I think you’ll agree that most individuals and small businesses would be very happy to have 100,000 Facebook fans and 13,000 Twitter followers. (As a side note, we certainly would be and we’d encourage you to tell your friends to like us on Facebook and follow us @cgautomotive.) However, when you’re a car company trying to target the most connected generation in history, suddenly those numbers are, to put it charitably, less than stellar.
As you could probably tell by the title, I’m referring to Toyota’s Scion brand. To put those social media contacts in perspective, Buick has more than 400,000 Facebook fans and 15,000 Twitter followers. Volvo Cars US lists about 200,000 fans and 63,000 followers. The Ford Mustang garners nearly 43,000 followers and more than 4,000,000 fans. That is not a typo. A single vehicle from one company has more Facebook fans than the entire population of Oklahoma.
The first Scion vehicles went on sale in California in 2003. From its outset, Scion’s parent company targeted its vehicles and marketing toward younger buyers who might not ordinarily consider a Toyota. The initial effort was largely successful as the cars were fuel efficient, hip looking, and very easy to customize with both dealer-approved and aftermarket parts.
Young shoppers flocked to the Scion section of Toyota dealerships. The average age of a buyer when the brand launched was 35; the same figure for the rest of the industry was significantly greater than 50. According to the trade publication Automotive News, sales peaked at nearly 175,000 in 2006, with the majority of volume coming from the sporty tC.
The Fall of Scion
Then the bottom fell out. Actually the bottom fell, started digging, and is more than half way to Australia at this point. The recession of 2008 hit Scion particularly hard, and recovery has been much slower than for other automakers. Further, the Japanese earthquake of 2011 didn’t help, especially since all Scions originate in Toyota’s home country. Automotive News reported less than 50,000 Scions found homes in calendar 2011.
What happened? It’s hard to know for certain, but I have a few ideas.
1) Attrition. Scion was designed to serve as a “gateway” to the Toyota brand, and there’s no doubt many owners moved into Toyota- and Lexus-branded products. At the other end, there has not been a similar influx of new customers to replace them.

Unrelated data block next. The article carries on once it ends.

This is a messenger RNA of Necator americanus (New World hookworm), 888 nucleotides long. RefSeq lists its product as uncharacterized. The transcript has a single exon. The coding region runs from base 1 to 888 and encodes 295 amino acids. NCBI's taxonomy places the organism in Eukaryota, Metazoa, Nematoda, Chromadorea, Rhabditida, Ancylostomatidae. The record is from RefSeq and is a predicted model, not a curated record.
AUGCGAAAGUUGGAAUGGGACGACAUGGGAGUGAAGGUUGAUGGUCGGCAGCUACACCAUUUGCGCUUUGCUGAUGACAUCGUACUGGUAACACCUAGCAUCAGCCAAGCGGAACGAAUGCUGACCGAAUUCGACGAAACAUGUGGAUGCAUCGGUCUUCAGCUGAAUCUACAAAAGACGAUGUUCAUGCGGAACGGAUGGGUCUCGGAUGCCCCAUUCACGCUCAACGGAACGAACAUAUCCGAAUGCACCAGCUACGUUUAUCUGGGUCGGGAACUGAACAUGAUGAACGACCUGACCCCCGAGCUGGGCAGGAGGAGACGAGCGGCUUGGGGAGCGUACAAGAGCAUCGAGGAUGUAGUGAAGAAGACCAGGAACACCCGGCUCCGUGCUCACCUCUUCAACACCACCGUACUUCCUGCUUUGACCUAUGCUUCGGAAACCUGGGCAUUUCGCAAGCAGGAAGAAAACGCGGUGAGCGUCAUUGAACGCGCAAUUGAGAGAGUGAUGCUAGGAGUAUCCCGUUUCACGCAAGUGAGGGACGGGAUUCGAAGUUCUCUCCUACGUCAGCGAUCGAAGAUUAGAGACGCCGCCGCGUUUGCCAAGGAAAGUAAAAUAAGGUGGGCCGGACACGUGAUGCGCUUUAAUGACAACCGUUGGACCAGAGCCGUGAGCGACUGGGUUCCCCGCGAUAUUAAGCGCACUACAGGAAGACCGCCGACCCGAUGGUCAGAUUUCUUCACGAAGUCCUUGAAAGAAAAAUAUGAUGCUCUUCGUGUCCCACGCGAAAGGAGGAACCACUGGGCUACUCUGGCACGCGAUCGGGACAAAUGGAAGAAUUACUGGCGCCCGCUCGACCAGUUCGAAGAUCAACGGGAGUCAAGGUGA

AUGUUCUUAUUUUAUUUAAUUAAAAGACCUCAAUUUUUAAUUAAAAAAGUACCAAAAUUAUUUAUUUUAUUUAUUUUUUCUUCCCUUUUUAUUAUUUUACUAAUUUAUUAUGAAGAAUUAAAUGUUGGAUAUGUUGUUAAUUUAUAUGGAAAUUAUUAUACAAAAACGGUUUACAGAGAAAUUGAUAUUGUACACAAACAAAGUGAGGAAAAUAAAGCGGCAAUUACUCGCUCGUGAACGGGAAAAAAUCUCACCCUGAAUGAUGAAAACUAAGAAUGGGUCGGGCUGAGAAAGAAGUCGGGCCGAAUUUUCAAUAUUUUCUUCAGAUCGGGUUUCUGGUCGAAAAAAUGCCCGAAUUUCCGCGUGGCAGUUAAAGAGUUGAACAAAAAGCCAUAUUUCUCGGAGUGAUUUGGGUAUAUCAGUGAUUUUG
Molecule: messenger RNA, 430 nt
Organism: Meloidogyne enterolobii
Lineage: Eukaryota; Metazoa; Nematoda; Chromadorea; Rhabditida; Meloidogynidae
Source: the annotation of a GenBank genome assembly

2) Lack of interest in cars as a whole. Scion officials have essentially admitted this. The automobile doesn’t ignite the same passion in this generation as it did in the past.
3) You ain’t getting any younger. Data from Automotive News and research firm R.L. Polk suggests that the average tC coupe buyer was 43.5 years old in 2007 and 47 in 2011. Scion remains a young brand, but its buyers are getting older while the rest of the industry is skewing younger.
4) Trying to be tuned in gets you tuned out. You have some people who will always say that “kids are dumb.” That couldn’t be further from the truth. They’re more savvy than ever, not to mention cynical. Try to be hip, and you’ll get smoked out faster than Ken Gushi can chew through a set of tires.
Scion might have caught on to the last point, as much of its new advertising is a lot more mainstream than when the brand launched. Rather than dark, edgy CGI-laden affairs, the brand is showing off its new 2013 FR-S coupe carving up a scenic mountain road.
Meanwhile, Scion’s bread-and-butter xB is languishing, as is the smaller xD. The current-generation tC has been a disappointment owing to a lack of innovation and refinement when it was redesigned for the 2011 model year. According to data provided by Toyota, sales of all three of these cars are down between 1.4 and 11.3 percent in the first four months of 2012. Meanwhile, all Toyota-branded passenger cars except the Corolla have seen their sales increase dramatically during the same time period. We’re talking boosts of 30 to 70 percent. Scion sales as a whole are actually up slightly, and that’s because of the iQ, which did not exist for nearly all of 2011.
The brand needs the new-for-2013 FR-S to take off in a big way. This new sporty car is Toyota’s first rear-wheel-drive vehicle in nearly two decades. Scion Vice President Jack Hollis says he expects up to 20,000 annual sales. That may seem modest, but I find it a bit optimistic considering how poorly cars such as the Hyundai Genesis Coupe and Mazda MX-5 Miata are performing. Subaru, a brand whose fortunes continue to improve every year, is projecting just 5,000 to 7,000 annual sales in North America for its BRZ, which shares much of its design with the FR-S.
Of course, I sincerely hope to be dining on these words with a side of barbecue sauce and that the FR-S will become the thing that will bring Scion out of the doldrums.